As I have done over the past couple years I take a look back at the books I read in 2019. Most of the books I read on my Kindle, but every now and then I sit down with a "real" book. Some books are very impractical for the Kindle, like art and photography books, cookbooks etc.
In 2019 I read 60 books including two audiobooks that we listened to while traveling to Arizona. I always write the titles down in a big notebook, noting the author and when I have finished it. I also scribble a little star next to the title if I really liked the book. When I look at that list now I see that I was far less generous with those stars in 2019, but I also introduced the two-stars for excellent reads. And I'm happy to see that there are three of them.
These three novels are "The Summer Guest" by Justin Cronin - a story about a family and their summer guest set in a remote area in Maine that pulls you in right from the beginning with well developed characters and written in a beautiful language -, "When we Believed in Mermaids" by Barbara O'Neal - the story of two sisters who had lived apart for many years, believing that one of them was dead; set in Santa Cruz and New Zealand I was drawn in by the unusual story line and the many questions that came up about my own life while reading this novel - and "The Storied Life of A.J. Fikry" by Gabrielle Zevin - a very slow, beautiful story about a book seller whose life gets shaken up and takes an interesting and wonderful turn when he finds a mysterious package at his store. Other books I liked are "Eleanor Oliphant is Completely Fine" by Gail Honeyman, "Where the Crawdads Sing" by Delia Owens, "To See and See Again" by Tara Bahrampour and "The Trouble with Goats and Sheep" by Joanna Cannon. There were also books I truly disliked, eventually only scanned or didn't finish at all, like "The Handmaid's Tale" by Margaret Atwood. I also read Margaret Craven's "I Heard the Owl Call my Name" again, my all-time favorite.
Over the summer break I took home a few books from the high school library because I thought it's a good idea if I knew what the students are reading in English class, and there were quite some books I hadn't read before.
My favorite among these books is "The Absolutely True Diary of a Part-Time Indian" by Sherman Alexie which is hilariously funny and sad at the same time. Great read for high school students!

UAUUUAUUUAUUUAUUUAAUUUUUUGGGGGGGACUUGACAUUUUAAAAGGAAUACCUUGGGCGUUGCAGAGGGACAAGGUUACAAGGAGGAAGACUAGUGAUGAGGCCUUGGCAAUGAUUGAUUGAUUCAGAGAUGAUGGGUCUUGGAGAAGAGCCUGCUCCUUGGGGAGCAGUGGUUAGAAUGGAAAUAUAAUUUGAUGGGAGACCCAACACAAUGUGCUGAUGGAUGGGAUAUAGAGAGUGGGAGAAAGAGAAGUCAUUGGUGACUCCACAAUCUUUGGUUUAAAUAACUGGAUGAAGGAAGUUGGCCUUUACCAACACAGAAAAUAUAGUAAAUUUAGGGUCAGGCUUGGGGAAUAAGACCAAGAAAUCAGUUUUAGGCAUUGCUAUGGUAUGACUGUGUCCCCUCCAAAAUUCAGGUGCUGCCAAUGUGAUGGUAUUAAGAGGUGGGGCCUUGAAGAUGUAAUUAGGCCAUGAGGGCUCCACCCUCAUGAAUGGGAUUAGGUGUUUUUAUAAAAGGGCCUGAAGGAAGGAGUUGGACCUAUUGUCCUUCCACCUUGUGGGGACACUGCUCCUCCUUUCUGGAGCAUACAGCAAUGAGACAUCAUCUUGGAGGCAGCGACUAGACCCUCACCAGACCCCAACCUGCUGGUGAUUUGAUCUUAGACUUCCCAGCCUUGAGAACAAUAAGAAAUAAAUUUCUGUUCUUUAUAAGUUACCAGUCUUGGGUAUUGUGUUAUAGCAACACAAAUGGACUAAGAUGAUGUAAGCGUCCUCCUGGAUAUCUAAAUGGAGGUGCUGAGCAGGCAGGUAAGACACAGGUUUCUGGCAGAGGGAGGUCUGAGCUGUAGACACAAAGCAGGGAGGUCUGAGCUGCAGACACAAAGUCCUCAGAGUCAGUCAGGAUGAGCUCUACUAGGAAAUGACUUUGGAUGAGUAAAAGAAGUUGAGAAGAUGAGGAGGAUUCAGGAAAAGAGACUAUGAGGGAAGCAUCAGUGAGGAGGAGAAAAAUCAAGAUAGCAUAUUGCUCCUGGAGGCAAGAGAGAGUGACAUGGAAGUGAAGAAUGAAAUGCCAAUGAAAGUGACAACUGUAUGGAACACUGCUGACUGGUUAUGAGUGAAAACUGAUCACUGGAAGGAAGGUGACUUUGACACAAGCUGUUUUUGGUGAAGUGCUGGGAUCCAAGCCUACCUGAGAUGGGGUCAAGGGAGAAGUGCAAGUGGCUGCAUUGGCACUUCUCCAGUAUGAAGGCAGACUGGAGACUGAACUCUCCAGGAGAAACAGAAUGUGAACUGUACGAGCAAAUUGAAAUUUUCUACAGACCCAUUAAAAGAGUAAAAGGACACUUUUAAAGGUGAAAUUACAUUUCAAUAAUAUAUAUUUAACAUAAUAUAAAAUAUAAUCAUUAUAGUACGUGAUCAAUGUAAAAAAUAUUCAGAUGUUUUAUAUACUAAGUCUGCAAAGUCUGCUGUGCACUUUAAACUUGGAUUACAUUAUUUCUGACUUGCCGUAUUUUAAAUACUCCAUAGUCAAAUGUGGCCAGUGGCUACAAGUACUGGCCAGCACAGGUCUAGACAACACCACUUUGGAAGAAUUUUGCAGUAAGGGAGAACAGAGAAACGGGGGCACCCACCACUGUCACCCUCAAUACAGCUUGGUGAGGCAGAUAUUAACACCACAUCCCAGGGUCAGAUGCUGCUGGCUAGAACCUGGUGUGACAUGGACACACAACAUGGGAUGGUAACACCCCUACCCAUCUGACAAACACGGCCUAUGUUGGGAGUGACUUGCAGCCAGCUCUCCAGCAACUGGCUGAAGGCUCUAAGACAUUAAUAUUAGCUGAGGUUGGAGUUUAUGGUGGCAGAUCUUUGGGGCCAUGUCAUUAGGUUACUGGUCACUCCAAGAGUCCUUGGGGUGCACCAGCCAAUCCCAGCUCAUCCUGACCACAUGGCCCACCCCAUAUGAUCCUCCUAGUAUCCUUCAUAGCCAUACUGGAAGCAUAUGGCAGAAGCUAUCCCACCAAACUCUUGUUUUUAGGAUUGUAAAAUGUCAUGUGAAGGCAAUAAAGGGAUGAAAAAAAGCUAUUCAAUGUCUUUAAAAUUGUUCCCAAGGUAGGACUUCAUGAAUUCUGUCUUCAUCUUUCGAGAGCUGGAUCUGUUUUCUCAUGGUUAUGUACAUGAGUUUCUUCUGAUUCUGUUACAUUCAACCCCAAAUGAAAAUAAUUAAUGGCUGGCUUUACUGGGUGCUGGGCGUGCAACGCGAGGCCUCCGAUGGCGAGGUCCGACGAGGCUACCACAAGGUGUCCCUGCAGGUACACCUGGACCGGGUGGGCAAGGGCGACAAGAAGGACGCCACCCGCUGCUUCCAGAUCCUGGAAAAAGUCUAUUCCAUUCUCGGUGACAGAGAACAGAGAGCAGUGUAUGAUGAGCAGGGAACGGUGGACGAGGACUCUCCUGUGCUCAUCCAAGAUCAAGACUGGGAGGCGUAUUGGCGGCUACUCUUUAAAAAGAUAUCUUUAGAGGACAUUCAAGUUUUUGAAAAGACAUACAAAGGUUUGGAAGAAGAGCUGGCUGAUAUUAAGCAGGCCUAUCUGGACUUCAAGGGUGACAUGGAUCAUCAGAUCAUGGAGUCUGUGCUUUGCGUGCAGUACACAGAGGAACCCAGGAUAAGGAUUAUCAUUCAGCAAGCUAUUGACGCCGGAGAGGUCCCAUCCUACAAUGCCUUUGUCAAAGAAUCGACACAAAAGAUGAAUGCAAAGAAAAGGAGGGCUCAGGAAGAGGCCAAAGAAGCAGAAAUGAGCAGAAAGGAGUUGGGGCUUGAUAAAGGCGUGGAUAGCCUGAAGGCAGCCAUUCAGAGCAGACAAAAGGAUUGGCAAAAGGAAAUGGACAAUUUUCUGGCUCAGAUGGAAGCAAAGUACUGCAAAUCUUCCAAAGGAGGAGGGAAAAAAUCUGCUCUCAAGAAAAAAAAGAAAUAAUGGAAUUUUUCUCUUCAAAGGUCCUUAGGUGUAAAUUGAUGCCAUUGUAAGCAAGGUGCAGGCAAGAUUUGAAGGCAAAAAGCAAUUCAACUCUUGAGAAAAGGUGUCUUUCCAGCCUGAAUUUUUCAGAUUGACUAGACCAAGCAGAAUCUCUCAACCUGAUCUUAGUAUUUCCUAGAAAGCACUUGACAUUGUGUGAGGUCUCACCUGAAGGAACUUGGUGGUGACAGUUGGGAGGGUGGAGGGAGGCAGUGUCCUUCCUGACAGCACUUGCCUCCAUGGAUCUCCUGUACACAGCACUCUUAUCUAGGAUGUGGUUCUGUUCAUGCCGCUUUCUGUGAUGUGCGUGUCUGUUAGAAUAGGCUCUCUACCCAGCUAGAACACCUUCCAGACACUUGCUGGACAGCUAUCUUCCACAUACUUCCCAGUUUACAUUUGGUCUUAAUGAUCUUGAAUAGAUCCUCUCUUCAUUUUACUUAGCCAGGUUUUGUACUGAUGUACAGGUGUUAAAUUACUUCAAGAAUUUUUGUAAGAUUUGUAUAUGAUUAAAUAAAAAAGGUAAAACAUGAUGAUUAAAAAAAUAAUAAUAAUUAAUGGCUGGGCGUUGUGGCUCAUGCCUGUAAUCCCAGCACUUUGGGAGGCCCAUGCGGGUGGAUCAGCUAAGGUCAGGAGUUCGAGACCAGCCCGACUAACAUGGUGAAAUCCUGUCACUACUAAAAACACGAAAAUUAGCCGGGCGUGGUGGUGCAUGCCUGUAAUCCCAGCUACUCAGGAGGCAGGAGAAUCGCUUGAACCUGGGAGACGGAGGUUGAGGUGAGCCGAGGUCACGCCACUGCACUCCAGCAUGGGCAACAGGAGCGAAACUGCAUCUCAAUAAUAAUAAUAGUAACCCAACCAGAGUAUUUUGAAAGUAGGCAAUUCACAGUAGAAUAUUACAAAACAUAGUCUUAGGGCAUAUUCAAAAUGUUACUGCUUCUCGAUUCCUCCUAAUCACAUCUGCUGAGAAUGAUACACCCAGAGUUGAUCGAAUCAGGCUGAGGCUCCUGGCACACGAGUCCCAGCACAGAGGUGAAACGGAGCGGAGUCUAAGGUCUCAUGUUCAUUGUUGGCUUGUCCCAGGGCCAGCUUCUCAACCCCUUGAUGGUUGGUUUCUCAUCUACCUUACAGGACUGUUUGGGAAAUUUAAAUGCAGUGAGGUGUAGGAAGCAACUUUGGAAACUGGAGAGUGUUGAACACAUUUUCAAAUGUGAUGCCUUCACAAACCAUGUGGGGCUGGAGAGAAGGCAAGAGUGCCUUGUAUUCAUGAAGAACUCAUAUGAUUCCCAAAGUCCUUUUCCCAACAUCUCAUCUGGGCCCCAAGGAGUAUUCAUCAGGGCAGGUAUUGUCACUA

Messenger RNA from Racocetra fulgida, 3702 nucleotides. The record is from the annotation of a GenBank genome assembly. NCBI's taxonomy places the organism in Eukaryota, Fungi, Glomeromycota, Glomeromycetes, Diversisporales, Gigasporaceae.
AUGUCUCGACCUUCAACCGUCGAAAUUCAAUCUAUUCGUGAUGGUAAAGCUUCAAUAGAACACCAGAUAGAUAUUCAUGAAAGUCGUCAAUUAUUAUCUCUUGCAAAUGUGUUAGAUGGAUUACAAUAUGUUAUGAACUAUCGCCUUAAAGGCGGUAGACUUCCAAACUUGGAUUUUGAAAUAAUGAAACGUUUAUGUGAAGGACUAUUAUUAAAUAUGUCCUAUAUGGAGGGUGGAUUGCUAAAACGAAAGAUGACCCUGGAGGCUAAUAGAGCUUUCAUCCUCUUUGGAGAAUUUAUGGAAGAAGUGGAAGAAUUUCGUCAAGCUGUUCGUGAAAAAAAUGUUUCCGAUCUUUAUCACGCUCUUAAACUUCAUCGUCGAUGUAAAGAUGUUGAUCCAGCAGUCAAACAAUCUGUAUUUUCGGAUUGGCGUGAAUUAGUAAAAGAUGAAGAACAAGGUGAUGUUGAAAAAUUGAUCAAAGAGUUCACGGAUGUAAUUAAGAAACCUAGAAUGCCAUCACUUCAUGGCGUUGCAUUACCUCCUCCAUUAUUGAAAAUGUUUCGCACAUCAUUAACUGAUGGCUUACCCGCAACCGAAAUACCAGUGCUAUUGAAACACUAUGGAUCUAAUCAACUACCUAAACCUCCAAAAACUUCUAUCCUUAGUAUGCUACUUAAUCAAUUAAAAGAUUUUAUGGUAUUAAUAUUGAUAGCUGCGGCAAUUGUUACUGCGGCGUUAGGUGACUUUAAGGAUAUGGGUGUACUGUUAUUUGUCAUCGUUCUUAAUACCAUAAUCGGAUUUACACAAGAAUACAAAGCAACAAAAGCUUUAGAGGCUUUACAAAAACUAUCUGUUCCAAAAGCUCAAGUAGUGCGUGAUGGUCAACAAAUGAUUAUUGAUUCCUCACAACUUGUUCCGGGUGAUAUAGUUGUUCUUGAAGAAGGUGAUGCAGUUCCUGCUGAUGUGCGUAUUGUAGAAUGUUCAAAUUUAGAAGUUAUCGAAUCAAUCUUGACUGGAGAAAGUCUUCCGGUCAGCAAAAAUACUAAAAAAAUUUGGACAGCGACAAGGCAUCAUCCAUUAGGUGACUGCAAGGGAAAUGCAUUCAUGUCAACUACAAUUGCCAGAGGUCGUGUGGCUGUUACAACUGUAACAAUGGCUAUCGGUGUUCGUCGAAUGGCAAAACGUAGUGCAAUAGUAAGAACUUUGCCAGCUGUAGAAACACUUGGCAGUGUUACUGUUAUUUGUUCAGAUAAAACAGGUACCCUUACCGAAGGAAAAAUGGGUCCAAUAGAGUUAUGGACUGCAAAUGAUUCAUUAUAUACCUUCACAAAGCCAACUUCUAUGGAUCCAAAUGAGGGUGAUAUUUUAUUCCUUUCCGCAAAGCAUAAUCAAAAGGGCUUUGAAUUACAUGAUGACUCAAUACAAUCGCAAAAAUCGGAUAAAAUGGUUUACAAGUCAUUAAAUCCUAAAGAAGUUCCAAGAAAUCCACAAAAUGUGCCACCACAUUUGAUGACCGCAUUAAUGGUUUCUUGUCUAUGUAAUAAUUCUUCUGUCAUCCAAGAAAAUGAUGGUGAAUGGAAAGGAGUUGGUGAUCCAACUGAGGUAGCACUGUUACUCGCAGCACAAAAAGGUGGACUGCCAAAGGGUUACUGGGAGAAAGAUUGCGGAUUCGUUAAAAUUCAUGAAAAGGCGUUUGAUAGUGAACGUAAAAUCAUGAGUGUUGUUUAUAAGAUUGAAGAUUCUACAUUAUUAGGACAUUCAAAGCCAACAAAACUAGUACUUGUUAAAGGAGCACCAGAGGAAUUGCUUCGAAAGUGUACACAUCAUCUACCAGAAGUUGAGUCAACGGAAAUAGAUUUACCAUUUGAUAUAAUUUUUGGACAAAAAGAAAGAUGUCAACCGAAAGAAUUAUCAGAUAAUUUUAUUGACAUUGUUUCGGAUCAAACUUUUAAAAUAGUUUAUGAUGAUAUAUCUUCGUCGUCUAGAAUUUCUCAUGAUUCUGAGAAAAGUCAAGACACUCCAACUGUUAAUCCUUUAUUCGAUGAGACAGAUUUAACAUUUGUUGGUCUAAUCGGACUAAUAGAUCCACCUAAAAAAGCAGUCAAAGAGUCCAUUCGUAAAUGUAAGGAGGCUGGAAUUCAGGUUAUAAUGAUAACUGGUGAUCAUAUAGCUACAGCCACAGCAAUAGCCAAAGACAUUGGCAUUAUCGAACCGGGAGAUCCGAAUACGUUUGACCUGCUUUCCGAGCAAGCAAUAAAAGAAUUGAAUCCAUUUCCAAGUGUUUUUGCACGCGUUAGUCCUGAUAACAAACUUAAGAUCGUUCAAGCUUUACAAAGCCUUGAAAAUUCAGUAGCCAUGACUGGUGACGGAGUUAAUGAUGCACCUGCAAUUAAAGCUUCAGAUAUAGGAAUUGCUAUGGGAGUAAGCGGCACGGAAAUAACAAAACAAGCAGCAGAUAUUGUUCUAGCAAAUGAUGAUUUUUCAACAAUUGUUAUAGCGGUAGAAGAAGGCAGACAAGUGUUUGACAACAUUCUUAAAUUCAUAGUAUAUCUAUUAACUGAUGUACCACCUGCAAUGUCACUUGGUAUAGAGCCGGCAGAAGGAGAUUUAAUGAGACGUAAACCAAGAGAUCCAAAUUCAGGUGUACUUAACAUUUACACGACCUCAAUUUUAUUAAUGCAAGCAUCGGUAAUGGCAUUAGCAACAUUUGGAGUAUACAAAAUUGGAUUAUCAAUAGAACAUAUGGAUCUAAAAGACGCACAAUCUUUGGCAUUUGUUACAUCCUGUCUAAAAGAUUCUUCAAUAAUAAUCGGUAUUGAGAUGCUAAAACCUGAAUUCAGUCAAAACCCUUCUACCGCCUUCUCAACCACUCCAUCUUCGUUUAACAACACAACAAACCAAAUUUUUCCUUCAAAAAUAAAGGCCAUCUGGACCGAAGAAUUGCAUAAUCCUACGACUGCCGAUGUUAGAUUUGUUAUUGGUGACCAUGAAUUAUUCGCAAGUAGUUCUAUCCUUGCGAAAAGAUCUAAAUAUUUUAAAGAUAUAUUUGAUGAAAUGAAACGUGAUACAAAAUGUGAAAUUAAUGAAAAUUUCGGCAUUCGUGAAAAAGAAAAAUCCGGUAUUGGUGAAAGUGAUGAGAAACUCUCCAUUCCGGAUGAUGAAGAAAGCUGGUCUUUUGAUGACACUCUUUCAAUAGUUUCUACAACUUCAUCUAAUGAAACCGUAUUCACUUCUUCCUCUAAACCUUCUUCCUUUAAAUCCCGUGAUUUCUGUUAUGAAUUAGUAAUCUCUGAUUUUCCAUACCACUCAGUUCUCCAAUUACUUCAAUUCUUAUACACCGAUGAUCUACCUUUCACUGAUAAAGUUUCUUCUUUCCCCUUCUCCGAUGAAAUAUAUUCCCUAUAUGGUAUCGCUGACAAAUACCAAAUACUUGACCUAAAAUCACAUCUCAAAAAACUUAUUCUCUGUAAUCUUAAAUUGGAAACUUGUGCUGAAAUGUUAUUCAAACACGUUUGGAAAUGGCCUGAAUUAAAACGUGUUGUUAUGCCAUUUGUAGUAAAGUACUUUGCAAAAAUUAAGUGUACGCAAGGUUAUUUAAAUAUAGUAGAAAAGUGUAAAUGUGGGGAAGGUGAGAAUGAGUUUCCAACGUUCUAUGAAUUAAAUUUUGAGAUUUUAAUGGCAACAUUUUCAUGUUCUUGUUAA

But there were also other books in 2019 - like this wonderful cookbook. I had read about it in our local paper's "Home" section and was intrigued. It's full of recipes of immigrant women, who were trying to bring some of their home countries to their new home by cooking the familiar food. But it's not only recipes you can find in this gem of a cookbook. It's the stories of the immigrant women that makes this book so precious to me since I am an immigrant myself. I still have to try any of the recipes, but I'm determined that 2020 is the year for that.
Of course there were books about photography, some of them I pull out again and again.
David DuChemin is one of my favorite photographers, but as a humanitarian he is also a tremendously inspiring personality. I love to listen to his podcasts, he has a very open mind and what I love about him so much is that he has a lot of advice and inspiring ideas, but he never uses the words "you should". In contrast to that, "Shooting with Soul" was a bit disappointing - some nice ideas, but it certainly didn't inspire me in the way "The Soul of the Camera" did. I'm working my way through "Zen Camera" bit by bit and can't say very much about it at this time.
Just like last year I couldn't resist some "drool" books. "Chasing Light" had been on my mind for quite some time. I had first seen it in one of the visitor centers in Yellowstone National Park in 2017, but had opted for a different book back then. When I saw it again in the visitor center of Saguaro National Park last spring I saw that as a "sign" and bought it. I did not regret it.
There are two more "difficult" books I want to talk about here, books about local matters. About the October 2017 firestorm, to be precise, the one that wiped out several neighborhoods in my town. "Pointe Patrol" is the very personal story of one home owner who along with some neighbors and his dog patrolled their neighborhood after that fateful night on the one hand to prevent further fires since there were still some smoldering and on the other hand to deter people from looting. I was only able to read it in bits and pieces since it brings back so many painful memories. Brian Fies' "A Fire Story" is a graphic novel that he started right after the first night when he had lost his home and tells his own personal story. The first "chapters" of his book appeared within the first week of the fire if I recall correctly. It is raw and very emotional.
Before I leave I want to mention a very special movie I watched (again) this year. I had shown it to my German students at the 30th anniversary of the fall of the Berlin Wall. It describes the events before November 9th, 1989, particularly what happened in the West German embassy in Prague. "Zug in die Freiheit" (Train to Freedom) is a documentary with time witnesses, original footage and played scenes. I have seen it several times, but every time I feel the same emotions, the tight knot in my stomach, the utter relief at the end. Even though I know how these events ended, it keeps the moment of that autumn 30 years ago very real and alive for me. You can find a preview of the movie here: https://vimeo.com/107603939 and it is possible to rent it on Vimeo. Luckily the violent scenes you see in the preview are only rare ones in the movie, but they are heartbreaking nevertheless.
What were you reading in 2019? Tell me in the comments.